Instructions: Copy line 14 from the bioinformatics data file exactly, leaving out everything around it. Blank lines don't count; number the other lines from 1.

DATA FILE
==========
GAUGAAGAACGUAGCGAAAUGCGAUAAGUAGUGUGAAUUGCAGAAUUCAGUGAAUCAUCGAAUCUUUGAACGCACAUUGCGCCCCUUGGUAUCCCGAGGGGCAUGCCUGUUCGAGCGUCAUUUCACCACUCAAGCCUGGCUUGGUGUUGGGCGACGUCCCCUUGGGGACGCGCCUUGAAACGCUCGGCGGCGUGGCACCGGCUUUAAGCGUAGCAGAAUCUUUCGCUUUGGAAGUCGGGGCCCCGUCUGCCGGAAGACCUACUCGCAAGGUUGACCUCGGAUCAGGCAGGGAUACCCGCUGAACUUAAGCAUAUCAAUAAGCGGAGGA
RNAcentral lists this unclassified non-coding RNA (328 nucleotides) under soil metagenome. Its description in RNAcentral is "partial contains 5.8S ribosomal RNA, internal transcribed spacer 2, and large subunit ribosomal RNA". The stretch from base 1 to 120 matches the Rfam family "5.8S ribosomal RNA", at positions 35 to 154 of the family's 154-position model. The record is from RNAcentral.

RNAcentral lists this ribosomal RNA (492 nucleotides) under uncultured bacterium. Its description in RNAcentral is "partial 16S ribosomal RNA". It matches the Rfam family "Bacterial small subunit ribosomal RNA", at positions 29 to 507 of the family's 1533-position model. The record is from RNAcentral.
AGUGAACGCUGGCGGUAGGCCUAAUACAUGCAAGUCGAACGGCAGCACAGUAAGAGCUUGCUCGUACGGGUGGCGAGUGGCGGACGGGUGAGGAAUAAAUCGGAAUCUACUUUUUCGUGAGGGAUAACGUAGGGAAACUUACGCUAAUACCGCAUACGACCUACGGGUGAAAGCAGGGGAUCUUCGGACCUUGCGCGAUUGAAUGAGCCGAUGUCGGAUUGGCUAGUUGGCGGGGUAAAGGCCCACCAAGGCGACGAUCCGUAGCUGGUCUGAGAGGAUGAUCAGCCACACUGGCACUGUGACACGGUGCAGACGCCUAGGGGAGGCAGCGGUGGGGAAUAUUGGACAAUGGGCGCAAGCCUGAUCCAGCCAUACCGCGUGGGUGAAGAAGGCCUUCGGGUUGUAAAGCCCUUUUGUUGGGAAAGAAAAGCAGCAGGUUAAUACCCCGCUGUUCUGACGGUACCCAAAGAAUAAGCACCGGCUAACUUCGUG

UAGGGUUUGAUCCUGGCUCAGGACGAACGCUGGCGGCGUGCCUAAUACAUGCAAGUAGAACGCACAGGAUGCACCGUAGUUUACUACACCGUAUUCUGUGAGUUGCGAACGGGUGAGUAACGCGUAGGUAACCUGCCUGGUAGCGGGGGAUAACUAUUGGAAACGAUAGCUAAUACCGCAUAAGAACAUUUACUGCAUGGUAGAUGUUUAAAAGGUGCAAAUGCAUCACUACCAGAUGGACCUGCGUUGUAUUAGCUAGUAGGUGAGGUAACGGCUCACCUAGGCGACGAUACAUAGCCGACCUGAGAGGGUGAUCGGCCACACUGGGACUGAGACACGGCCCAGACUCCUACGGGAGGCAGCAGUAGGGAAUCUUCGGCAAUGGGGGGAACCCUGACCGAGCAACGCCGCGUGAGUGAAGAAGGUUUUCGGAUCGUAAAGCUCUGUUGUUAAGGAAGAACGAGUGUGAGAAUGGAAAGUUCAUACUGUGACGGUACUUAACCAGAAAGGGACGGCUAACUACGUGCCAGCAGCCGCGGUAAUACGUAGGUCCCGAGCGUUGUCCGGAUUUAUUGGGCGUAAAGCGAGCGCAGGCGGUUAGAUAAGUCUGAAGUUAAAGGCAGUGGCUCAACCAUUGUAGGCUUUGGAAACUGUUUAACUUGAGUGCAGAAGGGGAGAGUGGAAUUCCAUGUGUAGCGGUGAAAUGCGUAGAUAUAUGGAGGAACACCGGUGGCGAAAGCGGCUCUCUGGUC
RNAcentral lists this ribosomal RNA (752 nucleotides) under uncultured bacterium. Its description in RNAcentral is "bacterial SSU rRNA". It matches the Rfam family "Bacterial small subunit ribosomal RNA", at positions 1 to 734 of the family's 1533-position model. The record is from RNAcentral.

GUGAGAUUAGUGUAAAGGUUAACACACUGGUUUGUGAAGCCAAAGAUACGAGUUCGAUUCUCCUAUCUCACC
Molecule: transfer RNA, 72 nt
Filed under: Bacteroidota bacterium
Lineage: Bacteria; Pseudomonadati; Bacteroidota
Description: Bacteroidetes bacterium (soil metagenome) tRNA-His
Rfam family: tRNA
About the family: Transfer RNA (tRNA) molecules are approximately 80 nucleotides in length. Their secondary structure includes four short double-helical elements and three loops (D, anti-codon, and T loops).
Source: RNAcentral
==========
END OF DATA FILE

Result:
Source: RNAcentral